Why Agave Might Not Be As Healthy As You Think

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Amelia Phillips

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With all these #IQS and #SugarFree diets making the rounds in the health and nutrition industry, it’s difficult to not come across words like xylitol, rice malt syrup and agave nectar.

They sound like a healthy thing to eat and include in your baking section of pantry, but in reality, are they really all that healthy and good for you?

Agave might sound like something out of a fairytale with its nectar-full goodness, but in reality, it’s the biggest marketing gimmick out on the shelves to get you.

What Is Agave Nectar Made From?

Be prepared for some science…

According to FoodRenegade.com, “agave ‘nectar’ is not made from the sap of the yucca or agave plant, but from the starch of the giant pineapple-like, root bulb. The principal constituent of the agave root is starch, similar to the starch in corn or rice, and a complex carbohydrate called inulin, which is made up of chains of fructose molecules.Technically a highly indigestible fiber, inulin, which does not taste sweet, comprises about half of the carbohydrate content of agave.

The process by which agave glucose and inulin are converted into ‘nectar’ is similar to the process by which corn starch is converted into HFCS. The agave starch is subject to an enzymatic and chemical process that converts the starch into a fructose-rich syrup — anywhere from 70% fructose and higher according to the agave nectar chemical profiles posted on agave nectar websites. They are indeed made the same way, using a highly chemical process with genetically modified enzymes.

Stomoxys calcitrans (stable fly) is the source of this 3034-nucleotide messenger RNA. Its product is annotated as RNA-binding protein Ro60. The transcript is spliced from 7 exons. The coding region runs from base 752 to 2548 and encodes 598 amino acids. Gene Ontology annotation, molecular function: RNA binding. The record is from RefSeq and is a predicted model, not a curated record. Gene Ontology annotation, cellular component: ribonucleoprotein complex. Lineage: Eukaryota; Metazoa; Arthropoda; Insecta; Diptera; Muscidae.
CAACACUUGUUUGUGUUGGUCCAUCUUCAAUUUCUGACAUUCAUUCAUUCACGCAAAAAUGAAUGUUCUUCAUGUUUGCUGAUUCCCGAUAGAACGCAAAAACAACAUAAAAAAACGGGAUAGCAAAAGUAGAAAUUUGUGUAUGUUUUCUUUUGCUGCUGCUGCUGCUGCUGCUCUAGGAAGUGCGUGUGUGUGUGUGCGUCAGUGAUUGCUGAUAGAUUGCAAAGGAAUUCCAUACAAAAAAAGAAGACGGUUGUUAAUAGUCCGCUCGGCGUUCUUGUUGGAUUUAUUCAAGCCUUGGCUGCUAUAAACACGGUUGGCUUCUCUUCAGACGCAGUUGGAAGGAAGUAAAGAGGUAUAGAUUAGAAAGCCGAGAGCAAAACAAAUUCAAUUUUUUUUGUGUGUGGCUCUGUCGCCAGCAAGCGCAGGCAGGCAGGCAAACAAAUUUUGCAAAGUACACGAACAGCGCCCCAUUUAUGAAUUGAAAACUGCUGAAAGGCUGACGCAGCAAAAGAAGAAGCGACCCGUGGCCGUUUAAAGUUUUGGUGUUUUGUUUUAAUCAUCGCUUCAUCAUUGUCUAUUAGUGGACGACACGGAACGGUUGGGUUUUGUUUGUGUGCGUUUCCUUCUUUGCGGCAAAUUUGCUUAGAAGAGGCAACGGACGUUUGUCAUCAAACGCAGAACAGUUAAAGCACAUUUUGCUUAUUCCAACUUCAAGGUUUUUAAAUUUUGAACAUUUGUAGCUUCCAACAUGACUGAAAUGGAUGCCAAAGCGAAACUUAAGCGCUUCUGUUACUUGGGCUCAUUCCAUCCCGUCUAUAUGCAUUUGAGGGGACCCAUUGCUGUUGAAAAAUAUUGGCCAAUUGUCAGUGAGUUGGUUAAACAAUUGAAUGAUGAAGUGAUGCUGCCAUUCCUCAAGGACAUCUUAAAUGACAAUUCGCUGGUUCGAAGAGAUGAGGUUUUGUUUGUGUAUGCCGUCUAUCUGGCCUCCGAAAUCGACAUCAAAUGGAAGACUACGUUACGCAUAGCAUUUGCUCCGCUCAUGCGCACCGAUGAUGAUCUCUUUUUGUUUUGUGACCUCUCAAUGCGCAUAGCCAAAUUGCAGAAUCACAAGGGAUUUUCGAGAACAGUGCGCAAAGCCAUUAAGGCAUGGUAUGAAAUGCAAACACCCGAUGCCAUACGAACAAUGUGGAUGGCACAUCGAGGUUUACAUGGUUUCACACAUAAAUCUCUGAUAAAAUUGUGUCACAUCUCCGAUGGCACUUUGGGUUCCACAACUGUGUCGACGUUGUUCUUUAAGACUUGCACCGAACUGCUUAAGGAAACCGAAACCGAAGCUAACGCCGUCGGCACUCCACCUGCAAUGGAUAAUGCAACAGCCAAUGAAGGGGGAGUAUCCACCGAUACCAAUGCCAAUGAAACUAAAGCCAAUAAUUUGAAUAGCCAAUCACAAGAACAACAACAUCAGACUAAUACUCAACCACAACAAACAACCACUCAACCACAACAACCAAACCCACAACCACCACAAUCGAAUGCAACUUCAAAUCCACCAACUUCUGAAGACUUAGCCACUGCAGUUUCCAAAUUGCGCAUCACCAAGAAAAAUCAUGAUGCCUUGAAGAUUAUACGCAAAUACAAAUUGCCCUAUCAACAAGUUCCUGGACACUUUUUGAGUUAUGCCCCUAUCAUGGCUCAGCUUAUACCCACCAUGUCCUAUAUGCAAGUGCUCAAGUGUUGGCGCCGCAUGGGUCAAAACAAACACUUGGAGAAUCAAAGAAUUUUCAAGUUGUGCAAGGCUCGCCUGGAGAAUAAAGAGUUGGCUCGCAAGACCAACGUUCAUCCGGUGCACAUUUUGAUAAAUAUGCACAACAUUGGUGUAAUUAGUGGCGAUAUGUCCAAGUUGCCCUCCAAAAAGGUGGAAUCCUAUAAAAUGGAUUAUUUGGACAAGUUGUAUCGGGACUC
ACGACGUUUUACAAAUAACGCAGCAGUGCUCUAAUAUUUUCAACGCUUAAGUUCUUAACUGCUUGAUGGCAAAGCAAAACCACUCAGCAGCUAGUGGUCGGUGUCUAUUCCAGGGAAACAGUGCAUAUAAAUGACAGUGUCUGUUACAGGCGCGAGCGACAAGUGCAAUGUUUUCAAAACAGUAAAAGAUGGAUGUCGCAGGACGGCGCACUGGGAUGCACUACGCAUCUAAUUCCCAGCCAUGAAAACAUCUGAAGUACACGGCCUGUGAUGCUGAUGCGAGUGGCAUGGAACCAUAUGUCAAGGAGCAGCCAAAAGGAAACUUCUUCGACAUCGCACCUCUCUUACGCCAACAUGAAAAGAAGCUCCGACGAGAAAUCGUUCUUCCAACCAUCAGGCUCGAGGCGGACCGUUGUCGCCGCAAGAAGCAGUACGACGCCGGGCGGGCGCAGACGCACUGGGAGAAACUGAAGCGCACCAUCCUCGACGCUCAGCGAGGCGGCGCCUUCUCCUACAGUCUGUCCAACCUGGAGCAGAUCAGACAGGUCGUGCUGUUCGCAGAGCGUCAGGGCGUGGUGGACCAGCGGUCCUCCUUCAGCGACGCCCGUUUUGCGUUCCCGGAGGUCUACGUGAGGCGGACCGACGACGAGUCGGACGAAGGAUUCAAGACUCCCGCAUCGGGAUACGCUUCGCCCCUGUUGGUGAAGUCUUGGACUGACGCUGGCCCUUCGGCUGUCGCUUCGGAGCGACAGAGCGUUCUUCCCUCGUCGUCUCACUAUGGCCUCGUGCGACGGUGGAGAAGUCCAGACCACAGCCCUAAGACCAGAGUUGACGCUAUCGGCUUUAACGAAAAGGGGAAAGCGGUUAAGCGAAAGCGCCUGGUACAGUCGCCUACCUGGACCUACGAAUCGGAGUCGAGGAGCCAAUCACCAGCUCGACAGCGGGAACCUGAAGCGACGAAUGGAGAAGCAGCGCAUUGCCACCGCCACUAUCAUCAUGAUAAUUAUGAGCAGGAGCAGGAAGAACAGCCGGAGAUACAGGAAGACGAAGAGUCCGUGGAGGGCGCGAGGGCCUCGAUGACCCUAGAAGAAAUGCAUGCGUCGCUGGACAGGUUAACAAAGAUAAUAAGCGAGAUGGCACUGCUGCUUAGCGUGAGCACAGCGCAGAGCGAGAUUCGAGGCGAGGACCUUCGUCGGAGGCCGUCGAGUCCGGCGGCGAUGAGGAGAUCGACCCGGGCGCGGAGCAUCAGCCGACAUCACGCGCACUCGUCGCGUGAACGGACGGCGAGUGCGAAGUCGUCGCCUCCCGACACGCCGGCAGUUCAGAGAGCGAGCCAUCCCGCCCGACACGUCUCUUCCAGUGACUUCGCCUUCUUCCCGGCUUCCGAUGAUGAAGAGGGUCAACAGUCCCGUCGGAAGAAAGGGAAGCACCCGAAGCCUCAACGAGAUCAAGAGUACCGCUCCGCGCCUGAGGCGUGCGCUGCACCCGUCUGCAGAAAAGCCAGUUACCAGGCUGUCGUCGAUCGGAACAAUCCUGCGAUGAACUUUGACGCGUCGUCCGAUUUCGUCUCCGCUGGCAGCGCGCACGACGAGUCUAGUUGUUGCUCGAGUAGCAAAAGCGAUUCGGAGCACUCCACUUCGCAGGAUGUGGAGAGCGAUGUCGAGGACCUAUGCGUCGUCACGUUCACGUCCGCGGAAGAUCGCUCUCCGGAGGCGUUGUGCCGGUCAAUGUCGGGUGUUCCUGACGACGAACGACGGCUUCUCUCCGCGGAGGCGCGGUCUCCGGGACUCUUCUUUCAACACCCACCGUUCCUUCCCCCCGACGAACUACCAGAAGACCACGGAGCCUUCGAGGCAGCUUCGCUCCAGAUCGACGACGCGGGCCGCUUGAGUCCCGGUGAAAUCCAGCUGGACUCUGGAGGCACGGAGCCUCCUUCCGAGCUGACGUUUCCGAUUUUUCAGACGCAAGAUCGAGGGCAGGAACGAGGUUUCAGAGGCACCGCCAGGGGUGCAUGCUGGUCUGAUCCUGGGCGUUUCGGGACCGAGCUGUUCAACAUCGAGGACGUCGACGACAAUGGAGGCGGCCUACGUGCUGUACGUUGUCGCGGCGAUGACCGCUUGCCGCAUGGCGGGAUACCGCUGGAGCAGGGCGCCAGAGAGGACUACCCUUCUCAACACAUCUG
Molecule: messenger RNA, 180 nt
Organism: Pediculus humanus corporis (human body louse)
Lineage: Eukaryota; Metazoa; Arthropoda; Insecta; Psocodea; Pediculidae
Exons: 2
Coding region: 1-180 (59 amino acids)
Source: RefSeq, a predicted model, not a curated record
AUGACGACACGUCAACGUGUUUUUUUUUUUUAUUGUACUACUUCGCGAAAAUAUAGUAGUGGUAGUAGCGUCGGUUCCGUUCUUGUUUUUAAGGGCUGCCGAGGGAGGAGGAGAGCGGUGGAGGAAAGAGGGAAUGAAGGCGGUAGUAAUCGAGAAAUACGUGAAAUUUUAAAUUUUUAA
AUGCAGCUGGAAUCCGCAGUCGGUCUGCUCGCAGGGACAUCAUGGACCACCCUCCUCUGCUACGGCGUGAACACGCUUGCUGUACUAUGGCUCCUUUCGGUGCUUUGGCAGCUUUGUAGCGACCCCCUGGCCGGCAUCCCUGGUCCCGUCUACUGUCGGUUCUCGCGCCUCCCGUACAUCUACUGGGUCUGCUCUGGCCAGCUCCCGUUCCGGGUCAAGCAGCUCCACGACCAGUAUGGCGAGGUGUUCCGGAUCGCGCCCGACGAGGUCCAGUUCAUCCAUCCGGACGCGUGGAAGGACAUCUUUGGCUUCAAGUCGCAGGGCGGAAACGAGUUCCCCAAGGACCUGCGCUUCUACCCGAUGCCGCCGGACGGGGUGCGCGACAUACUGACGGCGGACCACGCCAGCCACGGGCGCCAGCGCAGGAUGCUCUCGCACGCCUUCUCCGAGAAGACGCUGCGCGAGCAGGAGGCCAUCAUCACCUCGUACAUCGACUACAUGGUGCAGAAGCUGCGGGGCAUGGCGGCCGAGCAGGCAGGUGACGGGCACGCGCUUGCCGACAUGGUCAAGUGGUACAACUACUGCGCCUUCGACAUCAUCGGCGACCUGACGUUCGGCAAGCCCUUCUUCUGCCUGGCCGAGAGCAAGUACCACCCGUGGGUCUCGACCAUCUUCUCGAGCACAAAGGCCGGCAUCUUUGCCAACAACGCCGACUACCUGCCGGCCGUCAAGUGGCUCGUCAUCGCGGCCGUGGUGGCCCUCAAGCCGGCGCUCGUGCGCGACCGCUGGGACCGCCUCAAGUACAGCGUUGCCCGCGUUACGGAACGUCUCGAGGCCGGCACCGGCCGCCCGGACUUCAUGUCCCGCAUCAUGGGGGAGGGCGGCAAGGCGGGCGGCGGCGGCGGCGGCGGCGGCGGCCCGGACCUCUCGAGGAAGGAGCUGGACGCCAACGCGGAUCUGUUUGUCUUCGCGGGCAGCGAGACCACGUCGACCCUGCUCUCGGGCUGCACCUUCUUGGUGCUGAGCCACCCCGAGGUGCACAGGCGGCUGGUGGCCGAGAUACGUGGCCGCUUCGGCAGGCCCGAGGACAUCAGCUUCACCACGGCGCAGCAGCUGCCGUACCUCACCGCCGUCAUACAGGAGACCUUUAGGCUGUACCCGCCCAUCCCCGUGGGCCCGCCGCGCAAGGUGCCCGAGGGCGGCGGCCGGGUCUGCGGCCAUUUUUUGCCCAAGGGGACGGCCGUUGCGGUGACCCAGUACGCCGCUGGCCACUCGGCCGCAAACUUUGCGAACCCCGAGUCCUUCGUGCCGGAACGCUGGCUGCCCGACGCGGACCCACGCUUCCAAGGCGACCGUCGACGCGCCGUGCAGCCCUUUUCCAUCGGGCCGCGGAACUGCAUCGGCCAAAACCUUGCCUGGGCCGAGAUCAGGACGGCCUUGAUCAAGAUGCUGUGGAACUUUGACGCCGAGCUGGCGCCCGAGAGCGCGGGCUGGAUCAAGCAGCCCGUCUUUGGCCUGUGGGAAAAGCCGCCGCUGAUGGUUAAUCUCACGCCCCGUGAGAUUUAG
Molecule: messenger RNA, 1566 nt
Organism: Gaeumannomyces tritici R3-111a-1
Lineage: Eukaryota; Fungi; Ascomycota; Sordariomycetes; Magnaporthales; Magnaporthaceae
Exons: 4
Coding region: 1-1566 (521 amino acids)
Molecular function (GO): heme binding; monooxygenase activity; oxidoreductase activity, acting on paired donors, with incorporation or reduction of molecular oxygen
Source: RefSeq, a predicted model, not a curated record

They are also using caustic acids, clarifiers, filtration chemicals, and so forth in the conversion of agave starches into highly refined fructose inulin that is even higher in fructose content than high fructose corn syrup. Agave nectar is not traditional, highly refined, and actually has more concentrated fructose than high fructose corn syrup. It is not a ‘natural’ sweetener. Thus far, the evidence definitely points toward the conclusion: agave nectar is bad.”

Is it Bad for Diabetics?

The concentrated fructose, i.e. what’s in agave nectar, is just as nasty. It’s digests in the liver and it turns into stored body fat. It doesn’t convert like other sugars; that’s why people claim it’s safe for diabetics.

What’s the Alternative? 

Have real maple syrup or manuka honey that’s of the nice kind – don’t cave in for agave nectar just because Cameron Diaz has it on her morning cereal.

Or skip it all together and add extra herbs, citrus, or even spices! I’m obsessed with cinnamon as a sweetener in my a.m. coffee because it evens out blood sugar and it cuts the bitterness. Basically using spices for sweetener is a win-win.

What’s your favourite kind of sweetener? 

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